Technical Assistance for RFTF

This week, I am in need of some technical advice.  I’ve been looking at a replacement for my aging laptop and debating a few ideas.  The main one right now involves ditching the laptop model all together and using a tablet for mobile computing while building out a machine for use at home.  This idea appeals to me because it’s very cost effective, and also makes better use of my tablet, which currently sits broken and unloved on my desk.  However, there are still options out there that are worth considering in the laptop sphere.

In an attempt to come to a decision, I’ve taken some time and worked out a parts list for the kind of machine I’m looking to build.  I was hoping to get some of my more technical minded readers, of which I know there are a few, to take a peek and offer me any advice they could about the potential build and if there were any gaps in it.

Thanks to PCPartPicker.com, an amazing site that any computer enthusiast should have in their bookmarks, I’ve got a full rundown on all the needed parts.  The site checks for compatibility so I know if I buy this list straight down I’ll end up with a machine that will work.  Provided I actually build it myself.

My CPU is the AMD FX 6300.  I did quite a bit of research on this and while there is some argument that the cores are weak given what I could find at this price point, the fact that there are 6 cores in it is a big deal.  Modern games are moving towards taking advantage of more cores and as a result, the extra cores sells me on this CPU pretty solidly.  This also gives me a bit of future proofing going forward.  The fact that it’s 6 cores for less then $120 is a big selling point too.

The video card is an Nvidia GeForce GTX 660 with 2 gigs of video ram.  It’s not top of the line, but it’s no slouch either.  Given that it’s the most expensive part of the whole build and that it’s supposed to be a rig for gaming, I felt that this is where I should sink the most money.  Andy while this part is far and away the most expensive of the whole build, this is where I felt I needed to not be cheap.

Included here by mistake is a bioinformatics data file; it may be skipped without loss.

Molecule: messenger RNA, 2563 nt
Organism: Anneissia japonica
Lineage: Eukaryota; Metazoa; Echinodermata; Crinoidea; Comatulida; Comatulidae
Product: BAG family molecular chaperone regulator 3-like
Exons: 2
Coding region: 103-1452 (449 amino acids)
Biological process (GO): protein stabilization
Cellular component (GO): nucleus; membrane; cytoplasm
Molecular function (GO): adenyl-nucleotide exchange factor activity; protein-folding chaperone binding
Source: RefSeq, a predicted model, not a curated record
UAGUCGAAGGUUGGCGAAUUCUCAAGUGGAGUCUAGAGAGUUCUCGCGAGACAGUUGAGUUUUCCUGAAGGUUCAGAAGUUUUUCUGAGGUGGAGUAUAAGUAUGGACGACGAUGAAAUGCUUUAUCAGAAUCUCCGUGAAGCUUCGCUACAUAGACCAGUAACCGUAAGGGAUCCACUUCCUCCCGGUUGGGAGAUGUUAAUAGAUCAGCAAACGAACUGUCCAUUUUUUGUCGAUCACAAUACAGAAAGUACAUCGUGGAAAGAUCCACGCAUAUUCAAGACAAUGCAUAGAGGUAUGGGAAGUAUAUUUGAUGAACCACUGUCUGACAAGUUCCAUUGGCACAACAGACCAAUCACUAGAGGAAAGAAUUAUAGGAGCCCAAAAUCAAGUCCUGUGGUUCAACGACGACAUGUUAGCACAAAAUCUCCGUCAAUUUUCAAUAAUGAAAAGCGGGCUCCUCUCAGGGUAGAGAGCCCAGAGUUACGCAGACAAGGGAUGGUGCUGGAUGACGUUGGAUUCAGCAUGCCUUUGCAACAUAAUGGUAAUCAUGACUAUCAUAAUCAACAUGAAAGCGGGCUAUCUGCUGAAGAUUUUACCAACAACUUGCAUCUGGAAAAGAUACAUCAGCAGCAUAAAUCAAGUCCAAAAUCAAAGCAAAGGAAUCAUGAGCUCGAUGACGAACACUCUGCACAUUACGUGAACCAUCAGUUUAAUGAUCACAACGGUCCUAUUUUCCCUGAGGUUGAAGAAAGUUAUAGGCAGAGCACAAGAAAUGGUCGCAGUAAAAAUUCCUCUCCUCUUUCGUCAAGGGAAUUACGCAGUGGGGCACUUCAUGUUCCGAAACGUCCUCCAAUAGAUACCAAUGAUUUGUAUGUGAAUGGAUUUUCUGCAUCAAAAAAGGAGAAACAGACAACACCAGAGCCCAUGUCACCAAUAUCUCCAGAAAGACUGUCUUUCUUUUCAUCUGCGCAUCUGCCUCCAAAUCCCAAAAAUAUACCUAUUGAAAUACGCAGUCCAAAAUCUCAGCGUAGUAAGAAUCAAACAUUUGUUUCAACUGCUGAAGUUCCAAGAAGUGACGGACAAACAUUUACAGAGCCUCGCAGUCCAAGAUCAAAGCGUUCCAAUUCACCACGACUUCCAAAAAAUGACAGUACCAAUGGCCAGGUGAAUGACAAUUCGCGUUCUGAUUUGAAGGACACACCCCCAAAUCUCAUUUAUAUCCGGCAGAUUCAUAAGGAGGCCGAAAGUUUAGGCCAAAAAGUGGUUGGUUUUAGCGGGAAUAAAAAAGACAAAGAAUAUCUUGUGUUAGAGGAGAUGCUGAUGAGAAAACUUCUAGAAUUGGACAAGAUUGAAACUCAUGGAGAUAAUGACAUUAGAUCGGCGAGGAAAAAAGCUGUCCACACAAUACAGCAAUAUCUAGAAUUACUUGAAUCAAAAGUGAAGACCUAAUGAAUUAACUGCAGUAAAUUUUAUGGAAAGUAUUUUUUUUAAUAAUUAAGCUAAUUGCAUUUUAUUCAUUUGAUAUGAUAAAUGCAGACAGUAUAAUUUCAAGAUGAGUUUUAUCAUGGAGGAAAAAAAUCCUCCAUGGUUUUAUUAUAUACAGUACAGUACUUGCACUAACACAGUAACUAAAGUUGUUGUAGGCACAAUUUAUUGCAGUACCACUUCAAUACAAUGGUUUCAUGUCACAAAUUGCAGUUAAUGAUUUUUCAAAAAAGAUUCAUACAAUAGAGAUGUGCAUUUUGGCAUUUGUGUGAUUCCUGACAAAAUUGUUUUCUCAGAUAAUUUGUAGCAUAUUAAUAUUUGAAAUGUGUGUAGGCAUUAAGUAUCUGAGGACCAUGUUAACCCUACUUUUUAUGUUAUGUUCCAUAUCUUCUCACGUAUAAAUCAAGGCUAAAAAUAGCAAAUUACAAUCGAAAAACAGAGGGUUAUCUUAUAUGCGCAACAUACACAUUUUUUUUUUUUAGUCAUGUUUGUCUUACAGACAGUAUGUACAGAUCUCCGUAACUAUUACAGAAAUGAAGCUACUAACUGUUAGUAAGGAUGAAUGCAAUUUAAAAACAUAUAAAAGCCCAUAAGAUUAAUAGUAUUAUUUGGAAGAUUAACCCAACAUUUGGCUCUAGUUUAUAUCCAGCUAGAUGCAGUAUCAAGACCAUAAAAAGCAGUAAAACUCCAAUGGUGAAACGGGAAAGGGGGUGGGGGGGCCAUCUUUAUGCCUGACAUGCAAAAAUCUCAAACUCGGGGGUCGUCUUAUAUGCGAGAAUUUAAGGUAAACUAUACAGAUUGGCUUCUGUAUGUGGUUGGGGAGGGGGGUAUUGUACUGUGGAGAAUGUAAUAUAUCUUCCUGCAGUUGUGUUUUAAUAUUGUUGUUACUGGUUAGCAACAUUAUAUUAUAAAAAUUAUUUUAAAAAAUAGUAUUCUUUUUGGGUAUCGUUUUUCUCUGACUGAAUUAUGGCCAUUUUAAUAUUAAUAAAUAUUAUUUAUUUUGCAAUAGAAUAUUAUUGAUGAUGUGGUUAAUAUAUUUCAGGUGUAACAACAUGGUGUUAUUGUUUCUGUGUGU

The mother board is pretty standard fare as far as compatibility with the CPU and video card.  It does have built in audio and 100 gigabit ethernet so I won’t have to spend extra on that, which I like.  It’s also got several  slots for upgrading later on, so if I want to add more moemory or an SSD into the mix, it will be plug and play which is highly desirable.

Memory is a DDR3 1866 stick of 8 gigs.  Now that I think about it, I may want to actually split that into 2 sticks of 4 gigs each, depending on how my motherboard works.  May need to research that a bit more but it shouldn’t affect the overall price too much.

Most of the other parts are pretty standard on this build out, but I do have to say, the case is what I’m most fond of.

Why yes, that is a white and blue case for a computer.  Why yes, white and blue are LockOn colors, thank you very much.  Me likey.  Me likey a lot.  I’ll be going ahead and spending a couple of extra bucks to get it in my colors.  After all, how often does a computer case come along that’s made specifically to your preferred color scheme?

So this build will clock in somewhere under the $900 mark.  And for a middle of the road build, that’s not bad at all.  I could cut some costs here and there on the memory and case a bit but I think it will actually be reasonably hard to get a much better build at a cheaper price then with what I’ve got selected out here.  All that being said, there is the other option entirely.

Lenovo has this rather good looking laptop here for $899 on Amazon.  Only a quad core machine with 6 gigs of ram it’s for the most part relatively close to the build I have above, with one exception.  A pair of Nvidia GT755M graphics cards with a total of 4 GB of video ram between them, mounted into the laptop.  This thing is a beast in black and red and could easily take care of my gaming needs for the next 4 or 5 years of life that I could squeeze out of the machine.

So that is my question, in a nutshell.  Do I want an awesome laptop that will give me great performance out of the box for the next 4 to 5 years, or do I want to build a out a custom desktop that I’ll have to custom upgrade going forward but will probably last for at least 8 to 10 years?  The laptop has portability on it’s side and I usually plug it into a 22 inch monitor at home so screen size isn’t an issue.  Plus I can take everything everywhere.  The desktop machine won’t have that portability but it will last me a lot longer then 5 years, hands down.  Plus it’s white and blue, did you see it?  White and blue.

Some input from you guys would be really handy right about now.  I’m torn and looking for feedback on which way to go.  As usual you can post here on the site in the comments section (if you’re registered) but barring that, you can reach me at LockOn@reportsfromthefield.com if you want to throw me a comment that way.  Thanks for the feedback and next week, I’ll have something a bit more typical for you guys.  See you there.

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